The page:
Malicious mobile BankBot Trojan injected into everyday apps, taking advantage of unknowing users whose banking apps could be compromised
Co-authored with Niels Croese (SfyLabs) and Lukas Stefanko (ESET)
Recently, the mobile threat intelligence team at Avast collaborated with researchers at ESET and SfyLabs to examine a new version of BankBot, a piece of mobile banking malware that has snuck into Google Play on numerous occasions this year, targeting apps of large banks including WellsFargo, Chase, DiBa and Citibank and their users in the U.S., Australia, Germany, Netherlands, France, Poland, Spain, Portugal, Turkey, Greece, Russia, Dominican Republic, Singapore and Philippines.
The new version of BankBot has been hiding in apps that pose as supposedly trustworthy flashlight apps, tricking users into downloading them, in a first campaign. In a second campaign, the solitaire games and a cleaner app have been dropping additional kinds of malware besides BankBot, called Mazar and Red Alert (Mazar was recently described by ESET and we won’t dive into the details here). However, instead of bringing light, joy and convenience into their users’ lives, the dark intention of these apps has been to spy on users, collect their bank login details and steal their money.
Google previously removed older versions of BankBot-carrying apps from the Play Store within days. However, several versions remained active until November 17th. This was long enough for the apps to infect thousands of users.
Google has scanning and vetting measures in place for all apps submitted to the Play Store to ensure no malicious programs enter. But in their latest campaigns, authors of mobile banking trojans have started to use special techniques to circumvent Google’s automated detections, commencing malicious activities two hours after the user gave device administrator rights to the app. Also, they published the apps under different developer names which is a common technique used to circumvent Google’s checks.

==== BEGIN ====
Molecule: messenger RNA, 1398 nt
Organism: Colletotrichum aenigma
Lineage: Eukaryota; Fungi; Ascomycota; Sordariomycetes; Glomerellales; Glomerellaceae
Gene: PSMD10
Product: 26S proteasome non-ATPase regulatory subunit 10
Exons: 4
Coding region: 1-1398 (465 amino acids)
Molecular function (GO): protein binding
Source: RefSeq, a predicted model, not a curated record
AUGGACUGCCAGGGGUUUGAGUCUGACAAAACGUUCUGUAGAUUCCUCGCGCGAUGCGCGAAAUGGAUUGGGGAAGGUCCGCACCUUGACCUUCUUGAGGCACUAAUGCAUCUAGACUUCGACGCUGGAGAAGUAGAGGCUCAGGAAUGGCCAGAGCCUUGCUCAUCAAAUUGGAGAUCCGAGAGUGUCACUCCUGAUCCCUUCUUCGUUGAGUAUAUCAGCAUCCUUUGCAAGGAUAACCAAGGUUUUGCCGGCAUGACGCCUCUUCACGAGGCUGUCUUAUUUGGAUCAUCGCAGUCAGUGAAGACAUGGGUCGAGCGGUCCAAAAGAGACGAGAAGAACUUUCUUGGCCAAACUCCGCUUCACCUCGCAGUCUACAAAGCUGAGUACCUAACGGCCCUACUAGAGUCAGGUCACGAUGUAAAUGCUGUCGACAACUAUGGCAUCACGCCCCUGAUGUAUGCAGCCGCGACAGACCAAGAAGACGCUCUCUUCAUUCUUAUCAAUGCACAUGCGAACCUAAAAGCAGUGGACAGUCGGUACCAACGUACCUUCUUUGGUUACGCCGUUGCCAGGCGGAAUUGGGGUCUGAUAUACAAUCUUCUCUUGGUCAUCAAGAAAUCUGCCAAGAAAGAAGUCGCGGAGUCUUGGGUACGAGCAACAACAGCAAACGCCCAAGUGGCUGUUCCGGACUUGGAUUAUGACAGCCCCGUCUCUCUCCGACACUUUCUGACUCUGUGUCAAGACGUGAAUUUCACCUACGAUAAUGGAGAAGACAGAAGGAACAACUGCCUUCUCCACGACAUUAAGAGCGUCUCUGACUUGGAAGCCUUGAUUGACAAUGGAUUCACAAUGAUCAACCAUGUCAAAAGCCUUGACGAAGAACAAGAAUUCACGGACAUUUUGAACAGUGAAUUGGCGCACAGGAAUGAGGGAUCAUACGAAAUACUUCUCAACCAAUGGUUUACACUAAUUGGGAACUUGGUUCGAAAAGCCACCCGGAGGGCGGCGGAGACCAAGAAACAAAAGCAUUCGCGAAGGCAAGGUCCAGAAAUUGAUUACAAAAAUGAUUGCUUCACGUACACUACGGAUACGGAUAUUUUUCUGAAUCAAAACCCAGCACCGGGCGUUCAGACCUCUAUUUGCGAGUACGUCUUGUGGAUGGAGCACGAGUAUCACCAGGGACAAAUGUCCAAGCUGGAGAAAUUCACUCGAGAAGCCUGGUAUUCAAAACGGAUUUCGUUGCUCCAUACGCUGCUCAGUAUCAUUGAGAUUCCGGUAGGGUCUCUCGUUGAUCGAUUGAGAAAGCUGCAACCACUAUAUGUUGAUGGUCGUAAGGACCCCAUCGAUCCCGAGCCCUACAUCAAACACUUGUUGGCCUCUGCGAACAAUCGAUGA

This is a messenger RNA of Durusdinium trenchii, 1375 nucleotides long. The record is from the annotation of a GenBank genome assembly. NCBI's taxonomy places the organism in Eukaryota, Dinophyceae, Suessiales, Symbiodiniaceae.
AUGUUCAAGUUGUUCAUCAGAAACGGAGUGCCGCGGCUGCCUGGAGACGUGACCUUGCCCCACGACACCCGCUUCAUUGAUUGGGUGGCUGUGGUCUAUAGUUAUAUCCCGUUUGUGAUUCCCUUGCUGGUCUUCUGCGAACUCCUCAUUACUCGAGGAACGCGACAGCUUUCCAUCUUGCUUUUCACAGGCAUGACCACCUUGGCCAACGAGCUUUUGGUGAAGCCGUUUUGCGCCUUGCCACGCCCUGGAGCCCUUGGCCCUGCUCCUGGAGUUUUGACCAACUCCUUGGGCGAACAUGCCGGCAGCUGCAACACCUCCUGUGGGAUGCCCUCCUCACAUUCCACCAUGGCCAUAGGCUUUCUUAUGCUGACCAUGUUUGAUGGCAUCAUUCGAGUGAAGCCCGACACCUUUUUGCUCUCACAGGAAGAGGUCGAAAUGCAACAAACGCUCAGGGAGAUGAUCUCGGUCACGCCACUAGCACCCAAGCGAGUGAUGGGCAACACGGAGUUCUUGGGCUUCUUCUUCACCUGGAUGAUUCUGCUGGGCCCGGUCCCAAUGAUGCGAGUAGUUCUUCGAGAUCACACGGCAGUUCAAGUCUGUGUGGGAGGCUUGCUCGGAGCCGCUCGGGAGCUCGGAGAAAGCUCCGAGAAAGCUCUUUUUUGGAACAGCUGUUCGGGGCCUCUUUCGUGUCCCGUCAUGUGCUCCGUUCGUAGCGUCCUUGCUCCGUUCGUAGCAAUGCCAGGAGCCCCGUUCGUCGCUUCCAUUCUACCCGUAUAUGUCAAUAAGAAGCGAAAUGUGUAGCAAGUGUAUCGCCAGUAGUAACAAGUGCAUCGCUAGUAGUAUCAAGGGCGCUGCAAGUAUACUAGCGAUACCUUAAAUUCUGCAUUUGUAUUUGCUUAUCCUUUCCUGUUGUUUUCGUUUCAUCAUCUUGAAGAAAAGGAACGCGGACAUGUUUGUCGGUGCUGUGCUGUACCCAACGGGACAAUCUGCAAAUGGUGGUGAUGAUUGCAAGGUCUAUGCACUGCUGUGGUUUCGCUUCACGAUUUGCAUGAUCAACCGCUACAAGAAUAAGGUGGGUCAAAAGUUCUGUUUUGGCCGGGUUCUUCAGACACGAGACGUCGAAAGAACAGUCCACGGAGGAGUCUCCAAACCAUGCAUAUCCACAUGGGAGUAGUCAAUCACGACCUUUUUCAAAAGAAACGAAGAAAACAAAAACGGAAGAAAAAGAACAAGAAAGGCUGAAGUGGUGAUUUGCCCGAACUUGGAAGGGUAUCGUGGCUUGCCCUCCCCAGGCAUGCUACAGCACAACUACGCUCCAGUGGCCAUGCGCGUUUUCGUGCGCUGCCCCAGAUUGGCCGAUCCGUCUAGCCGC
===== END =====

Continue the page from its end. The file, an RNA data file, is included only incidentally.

The malicious activities include the installation of a fake user interface that’s laid over the clean banking app when it’s opened by the user. As soon as the user’s bank details are entered they are collected by the criminal. In some countries, banks use transaction authentication numbers (TANs), a form of two-factor authentication required to conduct online transfers often used by European banks. The authors of BankBot intercept their victims’ text message that includes the mobile TAN, allowing them to carry out bank transfers on the user's behalf.
This malware shows similarities with the kind Trend Micro blogged about in September.
We spotted the first sample of the new BankBot malware version in Google Play on October 13, 2017. It was hidden in the “Tornado FlashLight” (com.andrtorn.app) and later appeared in the “Lamp For DarkNess” and “Sea FlashLight” apps.
The sample runs undetected without altering the performance or functionality of the flash lights.
The flashlight apps including the BankBot malware
really did have flashlight functionalities
In late October and November, a smartphone cleaning app and multiple Solitaire gaming apps appeared with the malware embedded, for the aforementioned second campaign.
Infected Solitaire gaming app from the second wave
As soon as these apps are downloaded, the malware activates. It checks what applications are installed on the infected device against a hard coded, pre-computed SHA1 list of 160 mobile apps. The package names are hashed, and therefore we’ve only been able to identify 132 of them. This list includes apps from Wells Fargo and Chase in the U.S., Credit Agricole in France, Santander in Spain, Commerzbank in Germany and many others from around the world. You can find a full list of targeted apps at the end of this post.